As of 2021, there are over 17,000 care homes across England, housing around 400,000 people. Residential care homes make up approximately 70 percent of these care homes whilst the remaining 30 percent function as nursing homes. Many people are unfamiliar with the distinction between care homes that operate as a residential setting and those that provide nursing care . It’s important to understand this distinction in order to determine the ideal place for your loved one, when the time comes.
A residential care home is designed to enable an elderly or vulnerable person to maintain an independent lifestyle, offering support where required. These people may need help with daily tasks such as washing, dressing, and mobility. They may experience health issues or disabilities that stem from old age and require attention from visiting health professionals. However, it is important that they are relatively independent with no major medical conditions that demand the full-time attention of a nurse practitioner.
For those who meet these health and functional standards of ‘low’ care needs, this lifestyle is an ideal one. Residents can enjoy an independent daily routine with the freedom to pick their choice of food, activities, and entertainment. They can personalize their rooms to suit their preferences, partake in social and recreational activities, and host visitors at their own discretion. Chores like cooking, cleaning, and laundry are the responsibility of the staff, easing the physical burdens of their daily lives. Residential homes often boast impressive facilities such as hair salons, cafes, libraries, and beautifully landscaped grounds.
These care homes are usually staffed by carers trained to tend to the daily needs of elderly or vulnerable people. These needs may include washing, dressing, feeding, toileting and administering medication. Whilst staff members are not trained to treat complex medical conditions, residential homes will have effective systems in place to ensure residents can be treated by visiting health professionals and GP’s or accompanied to medical appointments when the need arises.
There are many different types of residential care homes across England, ranging in size, luxuriousness, and levels of care provided. Researching these options will help ensure your loved one is placed in the setting most suited to their individual needs with as much or as little intervention as is required. Once the right fit has been identified, a residential care home is an excellent way to enable an elderly or disabled person to enjoy 24/hour support and care whilst continuing to live a meaningful and productive life.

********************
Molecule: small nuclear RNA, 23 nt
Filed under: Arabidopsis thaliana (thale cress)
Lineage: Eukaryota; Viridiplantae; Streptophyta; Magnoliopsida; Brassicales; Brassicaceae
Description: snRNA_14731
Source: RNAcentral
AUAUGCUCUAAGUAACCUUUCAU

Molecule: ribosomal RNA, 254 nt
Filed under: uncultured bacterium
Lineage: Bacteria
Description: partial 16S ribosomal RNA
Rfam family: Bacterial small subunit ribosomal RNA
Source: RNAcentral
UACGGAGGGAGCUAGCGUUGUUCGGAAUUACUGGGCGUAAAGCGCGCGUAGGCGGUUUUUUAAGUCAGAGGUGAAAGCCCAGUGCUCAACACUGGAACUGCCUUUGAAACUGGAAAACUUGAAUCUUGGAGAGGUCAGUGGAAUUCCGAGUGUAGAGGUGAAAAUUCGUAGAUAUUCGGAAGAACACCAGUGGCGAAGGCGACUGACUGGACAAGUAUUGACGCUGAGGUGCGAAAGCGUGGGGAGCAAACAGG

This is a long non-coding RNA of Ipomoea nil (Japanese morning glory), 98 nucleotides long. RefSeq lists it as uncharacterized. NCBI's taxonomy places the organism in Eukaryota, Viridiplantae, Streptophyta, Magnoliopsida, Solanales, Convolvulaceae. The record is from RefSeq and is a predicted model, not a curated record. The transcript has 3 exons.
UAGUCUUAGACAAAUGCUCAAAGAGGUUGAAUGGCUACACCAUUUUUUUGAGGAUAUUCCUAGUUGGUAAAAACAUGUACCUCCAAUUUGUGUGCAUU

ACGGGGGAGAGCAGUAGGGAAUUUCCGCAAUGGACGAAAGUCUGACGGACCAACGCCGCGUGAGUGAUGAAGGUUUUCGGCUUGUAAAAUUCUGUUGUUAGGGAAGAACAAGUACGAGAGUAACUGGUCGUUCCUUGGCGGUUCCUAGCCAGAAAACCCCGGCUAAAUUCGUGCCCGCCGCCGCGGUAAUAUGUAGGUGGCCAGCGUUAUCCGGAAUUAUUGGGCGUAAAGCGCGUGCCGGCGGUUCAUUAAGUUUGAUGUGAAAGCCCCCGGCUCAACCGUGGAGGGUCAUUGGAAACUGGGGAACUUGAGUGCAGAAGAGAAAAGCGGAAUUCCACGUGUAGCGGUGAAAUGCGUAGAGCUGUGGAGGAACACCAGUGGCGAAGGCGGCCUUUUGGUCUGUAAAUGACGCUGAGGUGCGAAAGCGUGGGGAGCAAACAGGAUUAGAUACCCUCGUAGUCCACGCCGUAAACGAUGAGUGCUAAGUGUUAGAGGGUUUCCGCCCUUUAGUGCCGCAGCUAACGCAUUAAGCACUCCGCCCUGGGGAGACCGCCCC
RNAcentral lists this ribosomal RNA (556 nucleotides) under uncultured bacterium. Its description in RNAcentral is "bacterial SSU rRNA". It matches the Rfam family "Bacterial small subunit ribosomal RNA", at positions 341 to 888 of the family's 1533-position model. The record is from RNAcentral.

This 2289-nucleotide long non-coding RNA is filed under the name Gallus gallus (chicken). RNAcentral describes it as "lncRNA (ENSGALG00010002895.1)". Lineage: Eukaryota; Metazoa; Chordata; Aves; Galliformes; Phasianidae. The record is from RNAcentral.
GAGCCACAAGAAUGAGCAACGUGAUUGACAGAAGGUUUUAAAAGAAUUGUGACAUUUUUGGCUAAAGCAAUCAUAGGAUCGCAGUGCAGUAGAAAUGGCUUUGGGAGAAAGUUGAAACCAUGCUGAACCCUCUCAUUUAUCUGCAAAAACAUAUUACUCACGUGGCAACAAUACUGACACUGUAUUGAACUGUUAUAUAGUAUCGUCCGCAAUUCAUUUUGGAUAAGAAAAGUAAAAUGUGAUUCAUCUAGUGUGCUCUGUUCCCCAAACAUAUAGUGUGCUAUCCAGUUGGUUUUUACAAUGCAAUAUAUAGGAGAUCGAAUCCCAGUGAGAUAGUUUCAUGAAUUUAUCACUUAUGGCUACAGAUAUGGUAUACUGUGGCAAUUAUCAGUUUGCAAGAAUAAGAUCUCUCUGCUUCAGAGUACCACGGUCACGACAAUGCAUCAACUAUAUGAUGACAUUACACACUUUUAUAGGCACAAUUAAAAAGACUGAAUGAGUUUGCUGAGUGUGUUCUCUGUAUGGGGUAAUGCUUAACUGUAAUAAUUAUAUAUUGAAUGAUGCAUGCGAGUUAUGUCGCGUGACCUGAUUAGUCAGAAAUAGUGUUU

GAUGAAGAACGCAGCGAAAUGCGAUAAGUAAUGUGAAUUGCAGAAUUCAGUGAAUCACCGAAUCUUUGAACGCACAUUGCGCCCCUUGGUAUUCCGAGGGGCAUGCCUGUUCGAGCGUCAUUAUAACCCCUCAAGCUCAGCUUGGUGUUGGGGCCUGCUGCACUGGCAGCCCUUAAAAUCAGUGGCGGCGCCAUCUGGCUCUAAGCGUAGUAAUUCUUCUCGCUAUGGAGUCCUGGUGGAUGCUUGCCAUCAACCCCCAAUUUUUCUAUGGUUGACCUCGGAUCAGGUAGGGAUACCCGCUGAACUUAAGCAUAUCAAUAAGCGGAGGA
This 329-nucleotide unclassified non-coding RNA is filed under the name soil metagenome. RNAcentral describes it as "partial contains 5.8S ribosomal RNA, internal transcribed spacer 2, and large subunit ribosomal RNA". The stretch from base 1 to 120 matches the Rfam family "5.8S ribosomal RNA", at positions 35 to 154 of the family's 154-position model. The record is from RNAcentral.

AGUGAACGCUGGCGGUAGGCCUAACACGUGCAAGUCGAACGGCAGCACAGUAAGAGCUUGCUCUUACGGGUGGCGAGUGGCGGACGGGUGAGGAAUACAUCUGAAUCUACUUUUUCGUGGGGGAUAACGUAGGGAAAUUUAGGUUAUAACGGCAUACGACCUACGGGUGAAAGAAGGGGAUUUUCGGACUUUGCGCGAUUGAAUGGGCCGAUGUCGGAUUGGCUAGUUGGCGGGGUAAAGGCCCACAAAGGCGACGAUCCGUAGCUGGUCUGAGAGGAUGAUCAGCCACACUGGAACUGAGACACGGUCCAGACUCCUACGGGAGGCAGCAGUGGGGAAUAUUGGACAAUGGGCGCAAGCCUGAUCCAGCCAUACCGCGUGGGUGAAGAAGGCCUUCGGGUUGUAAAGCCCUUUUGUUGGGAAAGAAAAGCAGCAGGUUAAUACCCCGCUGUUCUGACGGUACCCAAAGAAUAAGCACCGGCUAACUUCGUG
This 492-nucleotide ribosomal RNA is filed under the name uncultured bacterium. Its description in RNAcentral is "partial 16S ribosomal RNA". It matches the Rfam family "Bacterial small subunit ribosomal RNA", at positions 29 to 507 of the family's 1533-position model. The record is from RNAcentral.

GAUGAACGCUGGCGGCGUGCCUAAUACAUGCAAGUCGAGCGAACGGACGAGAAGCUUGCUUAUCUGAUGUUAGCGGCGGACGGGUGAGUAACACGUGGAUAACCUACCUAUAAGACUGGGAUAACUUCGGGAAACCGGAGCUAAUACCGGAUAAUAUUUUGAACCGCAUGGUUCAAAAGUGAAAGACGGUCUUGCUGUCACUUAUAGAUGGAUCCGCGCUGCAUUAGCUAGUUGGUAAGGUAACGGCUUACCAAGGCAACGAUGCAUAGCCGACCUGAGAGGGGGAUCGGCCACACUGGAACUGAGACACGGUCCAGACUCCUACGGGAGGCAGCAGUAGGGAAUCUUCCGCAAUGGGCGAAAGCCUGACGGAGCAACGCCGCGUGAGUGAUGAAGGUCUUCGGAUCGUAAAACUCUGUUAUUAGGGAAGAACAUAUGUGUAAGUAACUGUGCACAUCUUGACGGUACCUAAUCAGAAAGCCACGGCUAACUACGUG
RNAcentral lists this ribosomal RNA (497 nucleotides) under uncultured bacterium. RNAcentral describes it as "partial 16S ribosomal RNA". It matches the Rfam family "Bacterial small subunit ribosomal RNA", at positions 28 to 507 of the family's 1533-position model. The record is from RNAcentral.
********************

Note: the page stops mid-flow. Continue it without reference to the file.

Nursing homes provide care for people who suffer from more severe medical conditions that affect their ability to function daily. At a nursing home, a resident will be offered more than just assistance with basic needs. Fully trained and qualified nurses are on site to monitor and treat conditions that require constant medical attention. Care plans are tailored to the needs of the individual resident with specialist equipment and beds often required. Many residents are highly dependent, struggling with immobility and a range of physical or mental disabilities.
Many nursing homes are catering patients with specific conditions such as dementia, mental illness, or cancer, whereas others deal with a range of diseases and disabilities. The obvious advantage to selecting a nursing home that provides specialist care for a specific condition is that they are equipped to deal with advanced stages of that disease and may offer an expert level of care to that sector.
Nursing homes provide the same 24-hour care and support as residential homes but are also equipped to look after patients with more complex needs. For this reason, funding a stay at a nursing home is more expensive than one in a residential care home. The average cost of care in residential homes is £704 per week compared to the higher figure of £888 weekly at a nursing care home. The numbers vary according to the level of care needed and the area you live in, with care homes across London being more expensive.
Specialist dementia care units
When looking for suitable accommodation for a person with dementia, it’s important to consider care homes that cater specifically to this condition. However, this does not have to be a specialist care home only. Many care homes have separate dementia units on site, known as EMI (short for Elderly Mentally Infirm) or more widely known today as ‘specialist dementia care units’. This unit will usually be located on a separate floor or wing and staffed 24-hours a day by specially trained nurses. Most residents in such units will be in the later stages of Alzheimers and other forms of dementia and are therefore in greater need of day-to-day assistance and careful monitoring. EMI units will be designed with much consideration for the safety and well-being of the residents, utilizing colors and simple building plans to help with familiarity as well as secure entrances and exits to protect wandering residents. The benefit of a special unit located within a regular care home is that a resident is able to move between units at the same facility as their care needs change.
In order to determine what kind of care is needed for you or your loved one, it is useful to undergo a Needs Assessment. This is arranged with your local authority and its purpose is to identify the level of care required for the individual to lead the healthiest and safest lifestyle possible.
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